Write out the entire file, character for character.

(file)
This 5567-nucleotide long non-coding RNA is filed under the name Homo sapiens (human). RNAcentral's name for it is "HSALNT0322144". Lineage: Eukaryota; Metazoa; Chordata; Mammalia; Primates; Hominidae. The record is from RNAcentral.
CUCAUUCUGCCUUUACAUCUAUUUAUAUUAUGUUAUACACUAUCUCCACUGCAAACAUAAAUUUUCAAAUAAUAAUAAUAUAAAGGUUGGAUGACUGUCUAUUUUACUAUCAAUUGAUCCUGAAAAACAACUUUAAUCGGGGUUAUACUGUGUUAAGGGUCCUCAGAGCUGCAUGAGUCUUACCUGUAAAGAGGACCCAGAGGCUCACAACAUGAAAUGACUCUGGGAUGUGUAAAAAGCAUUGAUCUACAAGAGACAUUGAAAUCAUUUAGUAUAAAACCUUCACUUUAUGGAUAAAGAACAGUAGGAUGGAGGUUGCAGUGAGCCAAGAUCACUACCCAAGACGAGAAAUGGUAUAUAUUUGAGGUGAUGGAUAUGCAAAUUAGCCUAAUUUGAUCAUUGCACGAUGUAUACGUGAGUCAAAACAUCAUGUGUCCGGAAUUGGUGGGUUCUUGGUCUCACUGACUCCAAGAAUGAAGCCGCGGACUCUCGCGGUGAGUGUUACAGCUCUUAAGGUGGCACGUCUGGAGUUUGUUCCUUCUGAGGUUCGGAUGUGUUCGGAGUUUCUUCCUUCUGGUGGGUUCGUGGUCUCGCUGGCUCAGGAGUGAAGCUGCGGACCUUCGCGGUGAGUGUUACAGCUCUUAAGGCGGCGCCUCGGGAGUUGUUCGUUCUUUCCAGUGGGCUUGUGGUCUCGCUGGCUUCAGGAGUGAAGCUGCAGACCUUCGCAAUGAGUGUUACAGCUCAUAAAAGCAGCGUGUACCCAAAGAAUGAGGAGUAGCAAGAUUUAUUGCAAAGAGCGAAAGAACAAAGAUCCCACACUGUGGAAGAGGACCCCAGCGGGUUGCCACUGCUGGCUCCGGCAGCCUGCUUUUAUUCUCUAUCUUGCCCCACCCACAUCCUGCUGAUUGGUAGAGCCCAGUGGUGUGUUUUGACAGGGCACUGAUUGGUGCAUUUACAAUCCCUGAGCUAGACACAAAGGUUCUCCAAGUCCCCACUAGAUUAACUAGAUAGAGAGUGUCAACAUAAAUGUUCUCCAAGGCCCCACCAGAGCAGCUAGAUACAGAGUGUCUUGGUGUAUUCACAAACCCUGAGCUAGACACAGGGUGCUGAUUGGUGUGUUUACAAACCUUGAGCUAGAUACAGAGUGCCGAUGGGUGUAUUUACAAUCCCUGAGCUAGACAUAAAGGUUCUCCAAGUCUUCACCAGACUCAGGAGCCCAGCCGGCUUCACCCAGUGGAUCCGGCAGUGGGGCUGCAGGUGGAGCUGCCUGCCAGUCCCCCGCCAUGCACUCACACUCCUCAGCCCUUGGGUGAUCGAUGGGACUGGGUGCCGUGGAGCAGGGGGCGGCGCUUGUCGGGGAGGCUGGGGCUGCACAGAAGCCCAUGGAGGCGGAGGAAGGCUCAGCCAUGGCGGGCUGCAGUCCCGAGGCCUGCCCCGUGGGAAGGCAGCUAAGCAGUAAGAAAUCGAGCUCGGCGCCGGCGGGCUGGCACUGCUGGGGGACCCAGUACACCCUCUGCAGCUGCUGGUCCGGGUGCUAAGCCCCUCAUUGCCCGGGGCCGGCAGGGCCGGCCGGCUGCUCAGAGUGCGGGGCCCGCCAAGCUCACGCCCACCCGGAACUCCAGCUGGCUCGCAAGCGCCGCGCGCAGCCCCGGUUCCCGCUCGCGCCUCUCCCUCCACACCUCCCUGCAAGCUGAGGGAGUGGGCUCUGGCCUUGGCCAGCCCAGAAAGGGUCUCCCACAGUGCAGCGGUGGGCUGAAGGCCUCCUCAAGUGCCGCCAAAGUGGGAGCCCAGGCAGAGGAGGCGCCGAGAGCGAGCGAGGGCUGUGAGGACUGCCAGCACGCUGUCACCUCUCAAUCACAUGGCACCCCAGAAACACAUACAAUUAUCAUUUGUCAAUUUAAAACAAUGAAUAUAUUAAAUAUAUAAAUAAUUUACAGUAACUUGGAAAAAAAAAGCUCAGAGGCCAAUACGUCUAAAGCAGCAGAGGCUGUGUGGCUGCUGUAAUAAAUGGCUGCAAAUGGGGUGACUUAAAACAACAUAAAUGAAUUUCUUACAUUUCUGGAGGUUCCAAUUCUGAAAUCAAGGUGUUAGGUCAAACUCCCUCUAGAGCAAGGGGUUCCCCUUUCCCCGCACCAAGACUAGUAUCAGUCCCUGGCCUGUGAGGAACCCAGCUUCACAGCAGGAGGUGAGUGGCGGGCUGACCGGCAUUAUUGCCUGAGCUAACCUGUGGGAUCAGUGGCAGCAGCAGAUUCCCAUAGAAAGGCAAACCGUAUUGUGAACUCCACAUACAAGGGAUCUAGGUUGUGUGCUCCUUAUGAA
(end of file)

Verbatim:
This 5567-nucleotide long non-coding RNA is filed under the name Homo sapiens (human). RNAcentral's name for it is "HSALNT0322144". Lineage: Eukaryota; Metazoa; Chordata; Mammalia; Primates; Hominidae. The record is from RNAcentral.
CUCAUUCUGCCUUUACAUCUAUUUAUAUUAUGUUAUACACUAUCUCCACUGCAAACAUAAAUUUUCAAAUAAUAAUAAUAUAAAGGUUGGAUGACUGUCUAUUUUACUAUCAAUUGAUCCUGAAAAACAACUUUAAUCGGGGUUAUACUGUGUUAAGGGUCCUCAGAGCUGCAUGAGUCUUACCUGUAAAGAGGACCCAGAGGCUCACAACAUGAAAUGACUCUGGGAUGUGUAAAAAGCAUUGAUCUACAAGAGACAUUGAAAUCAUUUAGUAUAAAACCUUCACUUUAUGGAUAAAGAACAGUAGGAUGGAGGUUGCAGUGAGCCAAGAUCACUACCCAAGACGAGAAAUGGUAUAUAUUUGAGGUGAUGGAUAUGCAAAUUAGCCUAAUUUGAUCAUUGCACGAUGUAUACGUGAGUCAAAACAUCAUGUGUCCGGAAUUGGUGGGUUCUUGGUCUCACUGACUCCAAGAAUGAAGCCGCGGACUCUCGCGGUGAGUGUUACAGCUCUUAAGGUGGCACGUCUGGAGUUUGUUCCUUCUGAGGUUCGGAUGUGUUCGGAGUUUCUUCCUUCUGGUGGGUUCGUGGUCUCGCUGGCUCAGGAGUGAAGCUGCGGACCUUCGCGGUGAGUGUUACAGCUCUUAAGGCGGCGCCUCGGGAGUUGUUCGUUCUUUCCAGUGGGCUUGUGGUCUCGCUGGCUUCAGGAGUGAAGCUGCAGACCUUCGCAAUGAGUGUUACAGCUCAUAAAAGCAGCGUGUACCCAAAGAAUGAGGAGUAGCAAGAUUUAUUGCAAAGAGCGAAAGAACAAAGAUCCCACACUGUGGAAGAGGACCCCAGCGGGUUGCCACUGCUGGCUCCGGCAGCCUGCUUUUAUUCUCUAUCUUGCCCCACCCACAUCCUGCUGAUUGGUAGAGCCCAGUGGUGUGUUUUGACAGGGCACUGAUUGGUGCAUUUACAAUCCCUGAGCUAGACACAAAGGUUCUCCAAGUCCCCACUAGAUUAACUAGAUAGAGAGUGUCAACAUAAAUGUUCUCCAAGGCCCCACCAGAGCAGCUAGAUACAGAGUGUCUUGGUGUAUUCACAAACCCUGAGCUAGACACAGGGUGCUGAUUGGUGUGUUUACAAACCUUGAGCUAGAUACAGAGUGCCGAUGGGUGUAUUUACAAUCCCUGAGCUAGACAUAAAGGUUCUCCAAGUCUUCACCAGACUCAGGAGCCCAGCCGGCUUCACCCAGUGGAUCCGGCAGUGGGGCUGCAGGUGGAGCUGCCUGCCAGUCCCCCGCCAUGCACUCACACUCCUCAGCCCUUGGGUGAUCGAUGGGACUGGGUGCCGUGGAGCAGGGGGCGGCGCUUGUCGGGGAGGCUGGGGCUGCACAGAAGCCCAUGGAGGCGGAGGAAGGCUCAGCCAUGGCGGGCUGCAGUCCCGAGGCCUGCCCCGUGGGAAGGCAGCUAAGCAGUAAGAAAUCGAGCUCGGCGCCGGCGGGCUGGCACUGCUGGGGGACCCAGUACACCCUCUGCAGCUGCUGGUCCGGGUGCUAAGCCCCUCAUUGCCCGGGGCCGGCAGGGCCGGCCGGCUGCUCAGAGUGCGGGGCCCGCCAAGCUCACGCCCACCCGGAACUCCAGCUGGCUCGCAAGCGCCGCGCGCAGCCCCGGUUCCCGCUCGCGCCUCUCCCUCCACACCUCCCUGCAAGCUGAGGGAGUGGGCUCUGGCCUUGGCCAGCCCAGAAAGGGUCUCCCACAGUGCAGCGGUGGGCUGAAGGCCUCCUCAAGUGCCGCCAAAGUGGGAGCCCAGGCAGAGGAGGCGCCGAGAGCGAGCGAGGGCUGUGAGGACUGCCAGCACGCUGUCACCUCUCAAUCACAUGGCACCCCAGAAACACAUACAAUUAUCAUUUGUCAAUUUAAAACAAUGAAUAUAUUAAAUAUAUAAAUAAUUUACAGUAACUUGGAAAAAAAAAGCUCAGAGGCCAAUACGUCUAAAGCAGCAGAGGCUGUGUGGCUGCUGUAAUAAAUGGCUGCAAAUGGGGUGACUUAAAACAACAUAAAUGAAUUUCUUACAUUUCUGGAGGUUCCAAUUCUGAAAUCAAGGUGUUAGGUCAAACUCCCUCUAGAGCAAGGGGUUCCCCUUUCCCCGCACCAAGACUAGUAUCAGUCCCUGGCCUGUGAGGAACCCAGCUUCACAGCAGGAGGUGAGUGGCGGGCUGACCGGCAUUAUUGCCUGAGCUAACCUGUGGGAUCAGUGGCAGCAGCAGAUUCCCAUAGAAAGGCAAACCGUAUUGUGAACUCCACAUACAAGGGAUCUAGGUUGUGUGCUCCUUAUGAA